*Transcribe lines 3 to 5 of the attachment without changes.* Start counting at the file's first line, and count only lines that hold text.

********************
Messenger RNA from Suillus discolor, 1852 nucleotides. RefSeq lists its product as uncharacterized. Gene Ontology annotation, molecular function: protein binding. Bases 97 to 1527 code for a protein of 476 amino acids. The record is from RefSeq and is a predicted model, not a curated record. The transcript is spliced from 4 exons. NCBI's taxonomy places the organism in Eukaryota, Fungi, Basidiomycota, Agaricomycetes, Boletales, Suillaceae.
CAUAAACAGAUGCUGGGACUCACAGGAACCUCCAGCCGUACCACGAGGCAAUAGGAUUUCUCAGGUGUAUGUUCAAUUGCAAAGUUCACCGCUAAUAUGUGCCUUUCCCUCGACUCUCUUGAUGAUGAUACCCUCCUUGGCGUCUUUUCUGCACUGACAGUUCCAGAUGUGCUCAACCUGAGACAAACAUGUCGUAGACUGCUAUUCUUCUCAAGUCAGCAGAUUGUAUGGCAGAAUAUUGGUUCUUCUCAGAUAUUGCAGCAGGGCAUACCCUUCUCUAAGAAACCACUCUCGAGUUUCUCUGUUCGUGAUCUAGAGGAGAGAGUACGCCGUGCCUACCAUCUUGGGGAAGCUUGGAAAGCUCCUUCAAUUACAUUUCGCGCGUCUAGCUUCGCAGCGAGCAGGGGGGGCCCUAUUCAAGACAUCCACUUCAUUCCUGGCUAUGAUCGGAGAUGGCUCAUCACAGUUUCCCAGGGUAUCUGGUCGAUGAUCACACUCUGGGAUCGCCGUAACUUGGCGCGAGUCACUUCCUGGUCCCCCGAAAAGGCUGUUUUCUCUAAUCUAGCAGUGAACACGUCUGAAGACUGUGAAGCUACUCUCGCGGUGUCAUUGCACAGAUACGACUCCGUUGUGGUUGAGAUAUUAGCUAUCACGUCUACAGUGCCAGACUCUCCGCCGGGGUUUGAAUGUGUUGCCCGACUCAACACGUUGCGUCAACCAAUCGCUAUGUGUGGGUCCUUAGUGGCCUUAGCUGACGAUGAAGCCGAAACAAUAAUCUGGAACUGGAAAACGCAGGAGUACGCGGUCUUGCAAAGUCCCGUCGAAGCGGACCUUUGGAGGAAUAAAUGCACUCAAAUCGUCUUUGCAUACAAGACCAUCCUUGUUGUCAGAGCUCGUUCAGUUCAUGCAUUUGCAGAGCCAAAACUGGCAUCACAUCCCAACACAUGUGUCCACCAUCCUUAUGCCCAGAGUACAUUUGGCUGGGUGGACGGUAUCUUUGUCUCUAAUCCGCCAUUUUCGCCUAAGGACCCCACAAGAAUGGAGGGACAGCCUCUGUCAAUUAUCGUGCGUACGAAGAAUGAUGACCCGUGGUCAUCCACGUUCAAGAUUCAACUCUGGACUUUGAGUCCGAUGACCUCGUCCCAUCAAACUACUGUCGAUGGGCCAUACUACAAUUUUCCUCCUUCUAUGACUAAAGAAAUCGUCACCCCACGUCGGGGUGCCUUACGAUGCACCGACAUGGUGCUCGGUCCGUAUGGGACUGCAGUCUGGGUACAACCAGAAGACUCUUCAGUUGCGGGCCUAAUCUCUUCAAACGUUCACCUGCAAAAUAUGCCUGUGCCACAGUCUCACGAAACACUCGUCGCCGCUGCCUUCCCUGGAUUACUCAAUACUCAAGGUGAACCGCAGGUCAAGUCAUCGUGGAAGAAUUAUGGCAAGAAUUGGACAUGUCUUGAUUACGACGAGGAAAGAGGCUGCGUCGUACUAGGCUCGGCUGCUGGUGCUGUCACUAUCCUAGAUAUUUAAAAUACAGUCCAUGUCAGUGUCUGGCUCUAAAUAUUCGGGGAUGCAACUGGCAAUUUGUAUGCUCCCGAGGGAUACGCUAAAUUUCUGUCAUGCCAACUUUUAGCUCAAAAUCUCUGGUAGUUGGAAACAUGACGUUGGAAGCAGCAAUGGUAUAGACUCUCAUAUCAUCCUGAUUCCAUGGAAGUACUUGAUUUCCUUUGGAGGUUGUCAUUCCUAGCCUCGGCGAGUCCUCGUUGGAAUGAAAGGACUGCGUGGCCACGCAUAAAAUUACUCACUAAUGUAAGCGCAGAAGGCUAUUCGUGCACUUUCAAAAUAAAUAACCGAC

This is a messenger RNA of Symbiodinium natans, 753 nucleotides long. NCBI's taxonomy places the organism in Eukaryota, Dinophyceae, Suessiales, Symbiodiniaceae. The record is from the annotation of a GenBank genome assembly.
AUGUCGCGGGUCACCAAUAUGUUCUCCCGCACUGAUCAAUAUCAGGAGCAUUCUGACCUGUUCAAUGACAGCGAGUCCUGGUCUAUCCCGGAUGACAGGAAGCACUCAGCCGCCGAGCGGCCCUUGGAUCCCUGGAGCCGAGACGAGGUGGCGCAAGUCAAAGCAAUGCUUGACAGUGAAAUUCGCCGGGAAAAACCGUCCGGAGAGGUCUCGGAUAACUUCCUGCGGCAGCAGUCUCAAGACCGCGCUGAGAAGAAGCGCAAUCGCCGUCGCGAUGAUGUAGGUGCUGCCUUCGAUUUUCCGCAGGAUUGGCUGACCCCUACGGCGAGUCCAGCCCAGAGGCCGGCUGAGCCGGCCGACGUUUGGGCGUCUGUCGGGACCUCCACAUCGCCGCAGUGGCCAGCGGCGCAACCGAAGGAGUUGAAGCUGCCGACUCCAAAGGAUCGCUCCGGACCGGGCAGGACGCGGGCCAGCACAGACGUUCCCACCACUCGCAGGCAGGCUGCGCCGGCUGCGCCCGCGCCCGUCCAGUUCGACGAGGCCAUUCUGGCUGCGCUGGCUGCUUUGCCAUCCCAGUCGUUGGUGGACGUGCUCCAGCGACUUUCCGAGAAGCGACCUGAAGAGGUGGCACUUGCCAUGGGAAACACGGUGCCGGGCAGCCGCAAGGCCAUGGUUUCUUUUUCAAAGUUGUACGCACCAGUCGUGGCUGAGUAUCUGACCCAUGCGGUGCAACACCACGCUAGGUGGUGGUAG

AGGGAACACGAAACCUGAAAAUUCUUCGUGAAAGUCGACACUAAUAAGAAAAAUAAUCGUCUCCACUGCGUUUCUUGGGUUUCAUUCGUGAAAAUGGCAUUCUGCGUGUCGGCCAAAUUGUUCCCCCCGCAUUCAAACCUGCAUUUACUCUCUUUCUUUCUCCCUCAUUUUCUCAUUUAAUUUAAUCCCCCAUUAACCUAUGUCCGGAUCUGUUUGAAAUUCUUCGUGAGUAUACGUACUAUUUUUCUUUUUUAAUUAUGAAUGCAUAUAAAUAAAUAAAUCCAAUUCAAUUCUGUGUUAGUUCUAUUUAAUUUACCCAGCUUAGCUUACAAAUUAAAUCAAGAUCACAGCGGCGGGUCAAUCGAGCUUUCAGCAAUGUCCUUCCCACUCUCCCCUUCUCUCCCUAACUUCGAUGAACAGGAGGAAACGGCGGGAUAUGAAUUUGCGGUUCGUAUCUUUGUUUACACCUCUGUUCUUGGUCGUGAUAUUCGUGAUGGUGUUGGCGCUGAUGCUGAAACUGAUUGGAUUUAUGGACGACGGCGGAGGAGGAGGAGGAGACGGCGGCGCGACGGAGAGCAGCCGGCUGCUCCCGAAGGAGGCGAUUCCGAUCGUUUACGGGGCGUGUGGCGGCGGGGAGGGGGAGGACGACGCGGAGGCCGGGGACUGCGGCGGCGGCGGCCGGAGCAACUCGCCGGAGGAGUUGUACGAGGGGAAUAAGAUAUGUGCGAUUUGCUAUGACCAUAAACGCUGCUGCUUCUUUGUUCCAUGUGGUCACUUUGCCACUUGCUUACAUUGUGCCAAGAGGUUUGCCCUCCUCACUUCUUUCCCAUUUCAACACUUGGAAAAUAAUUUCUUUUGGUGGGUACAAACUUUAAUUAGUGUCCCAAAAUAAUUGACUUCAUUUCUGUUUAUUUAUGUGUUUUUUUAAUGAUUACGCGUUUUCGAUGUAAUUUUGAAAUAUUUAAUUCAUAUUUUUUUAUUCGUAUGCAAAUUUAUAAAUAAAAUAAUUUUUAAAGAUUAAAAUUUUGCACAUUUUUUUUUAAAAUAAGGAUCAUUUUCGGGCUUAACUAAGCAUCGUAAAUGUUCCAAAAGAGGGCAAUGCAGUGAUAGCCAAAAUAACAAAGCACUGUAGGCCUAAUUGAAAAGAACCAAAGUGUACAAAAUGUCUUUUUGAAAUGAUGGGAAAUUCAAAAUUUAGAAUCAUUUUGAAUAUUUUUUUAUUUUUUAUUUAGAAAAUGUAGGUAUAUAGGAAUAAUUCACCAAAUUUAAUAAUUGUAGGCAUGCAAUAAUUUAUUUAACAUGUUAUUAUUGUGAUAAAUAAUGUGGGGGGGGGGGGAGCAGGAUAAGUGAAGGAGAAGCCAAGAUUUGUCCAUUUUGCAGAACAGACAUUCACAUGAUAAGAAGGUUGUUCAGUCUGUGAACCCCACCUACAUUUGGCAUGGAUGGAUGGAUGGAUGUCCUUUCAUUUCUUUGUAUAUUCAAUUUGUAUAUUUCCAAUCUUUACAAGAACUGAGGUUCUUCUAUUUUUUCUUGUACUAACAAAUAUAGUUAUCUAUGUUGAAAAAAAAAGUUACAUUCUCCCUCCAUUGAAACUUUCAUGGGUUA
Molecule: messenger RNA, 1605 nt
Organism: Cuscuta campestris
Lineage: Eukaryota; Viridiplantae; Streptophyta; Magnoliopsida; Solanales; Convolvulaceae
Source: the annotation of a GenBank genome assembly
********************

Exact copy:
This is a messenger RNA of Symbiodinium natans, 753 nucleotides long. NCBI's taxonomy places the organism in Eukaryota, Dinophyceae, Suessiales, Symbiodiniaceae. The record is from the annotation of a GenBank genome assembly.
AUGUCGCGGGUCACCAAUAUGUUCUCCCGCACUGAUCAAUAUCAGGAGCAUUCUGACCUGUUCAAUGACAGCGAGUCCUGGUCUAUCCCGGAUGACAGGAAGCACUCAGCCGCCGAGCGGCCCUUGGAUCCCUGGAGCCGAGACGAGGUGGCGCAAGUCAAAGCAAUGCUUGACAGUGAAAUUCGCCGGGAAAAACCGUCCGGAGAGGUCUCGGAUAACUUCCUGCGGCAGCAGUCUCAAGACCGCGCUGAGAAGAAGCGCAAUCGCCGUCGCGAUGAUGUAGGUGCUGCCUUCGAUUUUCCGCAGGAUUGGCUGACCCCUACGGCGAGUCCAGCCCAGAGGCCGGCUGAGCCGGCCGACGUUUGGGCGUCUGUCGGGACCUCCACAUCGCCGCAGUGGCCAGCGGCGCAACCGAAGGAGUUGAAGCUGCCGACUCCAAAGGAUCGCUCCGGACCGGGCAGGACGCGGGCCAGCACAGACGUUCCCACCACUCGCAGGCAGGCUGCGCCGGCUGCGCCCGCGCCCGUCCAGUUCGACGAGGCCAUUCUGGCUGCGCUGGCUGCUUUGCCAUCCCAGUCGUUGGUGGACGUGCUCCAGCGACUUUCCGAGAAGCGACCUGAAGAGGUGGCACUUGCCAUGGGAAACACGGUGCCGGGCAGCCGCAAGGCCAUGGUUUCUUUUUCAAAGUUGUACGCACCAGUCGUGGCUGAGUAUCUGACCCAUGCGGUGCAACACCACGCUAGGUGGUGGUAG

AGGGAACACGAAACCUGAAAAUUCUUCGUGAAAGUCGACACUAAUAAGAAAAAUAAUCGUCUCCACUGCGUUUCUUGGGUUUCAUUCGUGAAAAUGGCAUUCUGCGUGUCGGCCAAAUUGUUCCCCCCGCAUUCAAACCUGCAUUUACUCUCUUUCUUUCUCCCUCAUUUUCUCAUUUAAUUUAAUCCCCCAUUAACCUAUGUCCGGAUCUGUUUGAAAUUCUUCGUGAGUAUACGUACUAUUUUUCUUUUUUAAUUAUGAAUGCAUAUAAAUAAAUAAAUCCAAUUCAAUUCUGUGUUAGUUCUAUUUAAUUUACCCAGCUUAGCUUACAAAUUAAAUCAAGAUCACAGCGGCGGGUCAAUCGAGCUUUCAGCAAUGUCCUUCCCACUCUCCCCUUCUCUCCCUAACUUCGAUGAACAGGAGGAAACGGCGGGAUAUGAAUUUGCGGUUCGUAUCUUUGUUUACACCUCUGUUCUUGGUCGUGAUAUUCGUGAUGGUGUUGGCGCUGAUGCUGAAACUGAUUGGAUUUAUGGACGACGGCGGAGGAGGAGGAGGAGACGGCGGCGCGACGGAGAGCAGCCGGCUGCUCCCGAAGGAGGCGAUUCCGAUCGUUUACGGGGCGUGUGGCGGCGGGGAGGGGGAGGACGACGCGGAGGCCGGGGACUGCGGCGGCGGCGGCCGGAGCAACUCGCCGGAGGAGUUGUACGAGGGGAAUAAGAUAUGUGCGAUUUGCUAUGACCAUAAACGCUGCUGCUUCUUUGUUCCAUGUGGUCACUUUGCCACUUGCUUACAUUGUGCCAAGAGGUUUGCCCUCCUCACUUCUUUCCCAUUUCAACACUUGGAAAAUAAUUUCUUUUGGUGGGUACAAACUUUAAUUAGUGUCCCAAAAUAAUUGACUUCAUUUCUGUUUAUUUAUGUGUUUUUUUAAUGAUUACGCGUUUUCGAUGUAAUUUUGAAAUAUUUAAUUCAUAUUUUUUUAUUCGUAUGCAAAUUUAUAAAUAAAAUAAUUUUUAAAGAUUAAAAUUUUGCACAUUUUUUUUUAAAAUAAGGAUCAUUUUCGGGCUUAACUAAGCAUCGUAAAUGUUCCAAAAGAGGGCAAUGCAGUGAUAGCCAAAAUAACAAAGCACUGUAGGCCUAAUUGAAAAGAACCAAAGUGUACAAAAUGUCUUUUUGAAAUGAUGGGAAAUUCAAAAUUUAGAAUCAUUUUGAAUAUUUUUUUAUUUUUUAUUUAGAAAAUGUAGGUAUAUAGGAAUAAUUCACCAAAUUUAAUAAUUGUAGGCAUGCAAUAAUUUAUUUAACAUGUUAUUAUUGUGAUAAAUAAUGUGGGGGGGGGGGGAGCAGGAUAAGUGAAGGAGAAGCCAAGAUUUGUCCAUUUUGCAGAACAGACAUUCACAUGAUAAGAAGGUUGUUCAGUCUGUGAACCCCACCUACAUUUGGCAUGGAUGGAUGGAUGGAUGUCCUUUCAUUUCUUUGUAUAUUCAAUUUGUAUAUUUCCAAUCUUUACAAGAACUGAGGUUCUUCUAUUUUUUCUUGUACUAACAAAUAUAGUUAUCUAUGUUGAAAAAAAAAGUUACAUUCUCCCUCCAUUGAAACUUUCAUGGGUUA